exceeding capab. of your CPU measn that cycles will run longer than you intend. the overal response time will increase (and cpu runs hot)

share|improve this answer
Hi, Christoph. Thank you. Please explain me why increasing 1 second to 3 alleviates the problem. Should I put more sleeps between each check in the cycle? Also, I don't think shared memory will help here, because it is a private chat, not public. I still ask, does it help if I split each type of notification by different PHP processes? Thank you once more! – Nuno Peralta Aug 26 '10 at 9:24
See edit above :) – Christoph Strasen Aug 26 '10 at 10:29
Thank you allot! Your answer so rocks! Yes, I already have some types of notifications that are checked every 10 seconds only, etc. But, I'll reformulate this :) I have a last question: if my site gets very big, we will still have problems with this, right? I really wonder how Facebook works so well... – Nuno Peralta Aug 26 '10 at 10:56
TO scale you should research projects that are build to allow for efficent push-to-client events in php. I know I read something about that less than 12 months ago but I forgot its name ... – Christoph Strasen Aug 26 '10 at 11:33
Sorry, Christoph, but I really can't understand your formula. I thought a lot but still didn't figure out where you use the number of users: 1 / (1 second sleep + 0.1 second execute) = 90.9%. How would this be for 30 users, for example? Thank you! – Nuno Peralta Aug 26 '10 at 11:51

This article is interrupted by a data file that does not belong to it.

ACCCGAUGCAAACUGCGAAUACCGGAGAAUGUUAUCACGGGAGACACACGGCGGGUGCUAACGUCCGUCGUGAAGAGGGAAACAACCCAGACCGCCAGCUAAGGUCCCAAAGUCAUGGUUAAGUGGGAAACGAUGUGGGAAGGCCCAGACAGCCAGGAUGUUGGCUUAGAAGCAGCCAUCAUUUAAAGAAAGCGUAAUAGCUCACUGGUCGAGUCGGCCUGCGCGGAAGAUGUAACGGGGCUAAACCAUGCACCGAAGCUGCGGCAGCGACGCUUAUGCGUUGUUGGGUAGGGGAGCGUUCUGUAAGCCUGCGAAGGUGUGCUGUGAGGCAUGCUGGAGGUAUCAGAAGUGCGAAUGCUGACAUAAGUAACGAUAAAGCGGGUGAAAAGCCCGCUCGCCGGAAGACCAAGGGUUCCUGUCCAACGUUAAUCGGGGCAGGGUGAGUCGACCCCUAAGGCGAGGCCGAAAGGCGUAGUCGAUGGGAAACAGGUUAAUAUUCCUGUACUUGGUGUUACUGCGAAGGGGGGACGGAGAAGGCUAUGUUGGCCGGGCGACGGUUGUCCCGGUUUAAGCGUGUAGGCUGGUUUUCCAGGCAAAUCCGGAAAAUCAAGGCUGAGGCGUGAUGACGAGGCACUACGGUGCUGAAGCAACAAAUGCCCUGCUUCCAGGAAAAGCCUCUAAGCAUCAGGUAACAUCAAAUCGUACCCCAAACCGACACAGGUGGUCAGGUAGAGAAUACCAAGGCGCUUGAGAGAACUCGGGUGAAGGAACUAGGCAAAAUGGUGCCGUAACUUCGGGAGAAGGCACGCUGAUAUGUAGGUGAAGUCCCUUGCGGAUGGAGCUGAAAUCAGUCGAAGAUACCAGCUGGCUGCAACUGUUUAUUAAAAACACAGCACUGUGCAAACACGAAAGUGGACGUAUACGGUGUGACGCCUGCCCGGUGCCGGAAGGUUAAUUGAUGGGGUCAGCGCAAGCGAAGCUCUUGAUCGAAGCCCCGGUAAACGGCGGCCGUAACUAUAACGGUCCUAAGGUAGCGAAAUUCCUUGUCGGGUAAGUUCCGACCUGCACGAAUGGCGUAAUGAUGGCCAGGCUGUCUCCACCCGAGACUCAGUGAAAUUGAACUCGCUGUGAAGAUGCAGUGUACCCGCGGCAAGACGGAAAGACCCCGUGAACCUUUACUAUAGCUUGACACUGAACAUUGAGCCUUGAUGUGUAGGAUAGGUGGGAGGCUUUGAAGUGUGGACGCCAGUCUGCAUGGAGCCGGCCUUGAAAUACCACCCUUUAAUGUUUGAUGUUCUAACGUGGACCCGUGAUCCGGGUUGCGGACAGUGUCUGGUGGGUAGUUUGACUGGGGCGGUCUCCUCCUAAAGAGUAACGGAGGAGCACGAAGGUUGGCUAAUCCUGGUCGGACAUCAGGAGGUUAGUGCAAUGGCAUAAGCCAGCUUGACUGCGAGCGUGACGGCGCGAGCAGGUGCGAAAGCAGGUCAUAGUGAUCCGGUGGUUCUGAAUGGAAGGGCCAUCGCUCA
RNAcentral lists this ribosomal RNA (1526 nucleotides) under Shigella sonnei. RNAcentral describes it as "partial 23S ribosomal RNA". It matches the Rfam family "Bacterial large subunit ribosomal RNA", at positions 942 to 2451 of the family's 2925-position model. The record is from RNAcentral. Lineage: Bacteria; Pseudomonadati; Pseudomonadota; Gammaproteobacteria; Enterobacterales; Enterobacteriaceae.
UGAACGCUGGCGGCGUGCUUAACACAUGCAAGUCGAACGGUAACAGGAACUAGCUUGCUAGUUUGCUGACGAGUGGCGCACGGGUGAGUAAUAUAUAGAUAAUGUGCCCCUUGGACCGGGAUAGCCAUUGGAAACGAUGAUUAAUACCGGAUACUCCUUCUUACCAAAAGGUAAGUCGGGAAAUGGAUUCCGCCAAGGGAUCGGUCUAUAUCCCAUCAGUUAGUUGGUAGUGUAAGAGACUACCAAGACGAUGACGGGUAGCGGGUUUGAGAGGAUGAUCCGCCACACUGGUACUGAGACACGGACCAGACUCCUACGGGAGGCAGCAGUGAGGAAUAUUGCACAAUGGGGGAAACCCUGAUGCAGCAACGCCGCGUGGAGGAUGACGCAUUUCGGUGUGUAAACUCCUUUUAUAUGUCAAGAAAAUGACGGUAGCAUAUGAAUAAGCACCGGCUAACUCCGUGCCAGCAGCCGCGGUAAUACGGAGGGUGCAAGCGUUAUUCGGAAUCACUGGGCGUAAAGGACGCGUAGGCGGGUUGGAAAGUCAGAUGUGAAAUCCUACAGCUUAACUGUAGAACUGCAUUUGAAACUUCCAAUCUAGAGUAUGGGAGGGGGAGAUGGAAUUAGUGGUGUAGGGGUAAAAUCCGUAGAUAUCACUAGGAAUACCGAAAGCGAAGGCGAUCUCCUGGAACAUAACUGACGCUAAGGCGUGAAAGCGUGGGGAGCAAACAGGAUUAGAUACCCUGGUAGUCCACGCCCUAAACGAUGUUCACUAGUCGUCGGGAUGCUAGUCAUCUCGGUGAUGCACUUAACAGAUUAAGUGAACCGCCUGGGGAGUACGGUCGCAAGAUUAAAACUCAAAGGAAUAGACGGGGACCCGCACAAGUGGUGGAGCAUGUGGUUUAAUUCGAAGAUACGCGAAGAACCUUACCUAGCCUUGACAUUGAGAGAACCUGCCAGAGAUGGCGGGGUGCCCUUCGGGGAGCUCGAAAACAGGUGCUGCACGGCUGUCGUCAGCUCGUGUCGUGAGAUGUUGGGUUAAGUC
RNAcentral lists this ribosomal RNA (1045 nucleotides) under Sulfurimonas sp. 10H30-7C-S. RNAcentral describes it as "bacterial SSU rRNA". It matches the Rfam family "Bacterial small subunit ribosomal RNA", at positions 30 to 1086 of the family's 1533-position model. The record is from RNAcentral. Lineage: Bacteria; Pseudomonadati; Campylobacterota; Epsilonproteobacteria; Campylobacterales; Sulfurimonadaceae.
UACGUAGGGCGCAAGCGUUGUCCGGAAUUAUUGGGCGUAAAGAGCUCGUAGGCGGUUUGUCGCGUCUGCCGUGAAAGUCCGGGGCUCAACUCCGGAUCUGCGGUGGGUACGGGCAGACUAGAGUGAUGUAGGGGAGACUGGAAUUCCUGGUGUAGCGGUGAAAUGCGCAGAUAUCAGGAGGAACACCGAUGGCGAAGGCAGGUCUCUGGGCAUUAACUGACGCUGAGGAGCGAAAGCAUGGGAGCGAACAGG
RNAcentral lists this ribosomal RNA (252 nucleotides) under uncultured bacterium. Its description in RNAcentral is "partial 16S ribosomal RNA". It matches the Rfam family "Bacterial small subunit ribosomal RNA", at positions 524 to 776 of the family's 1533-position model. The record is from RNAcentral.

PHP blocks all sleep() and system() calls. What you really need is to research pcntl_fork(). Fortunately, I had these problems over a decade ago and you can look at most of my code.

I had the need for a PHP application that could connect to multiple IRC servers, sit in unlimited IRC chatrooms, moderate, interact with, and receive commands from people. All this and more was done in a process efficient way.

You can check out the entire project at http://sourceforge.net/projects/phpegg/ The code you want is in source/connect.inc.

share|improve this answer
Hi hopeseekr, what do you mean with "PHP blocks those functions"? And, the fork() will just create new parallel processes, as Christoph said above it will just make things worse. I will check your code. Thank you. – Nuno Peralta Aug 26 '10 at 11:24
Nice Project and innovative when you look back so many years :). I think the point of pcntl_fork() is that it does not duplicate a whole apache child-process, does it hopeseekr? Thus less memory consumption. For your case Nuno the uncompleted request from the client is the issue though. You have to get rid of those to scale. – Christoph Strasen Aug 26 '10 at 11:36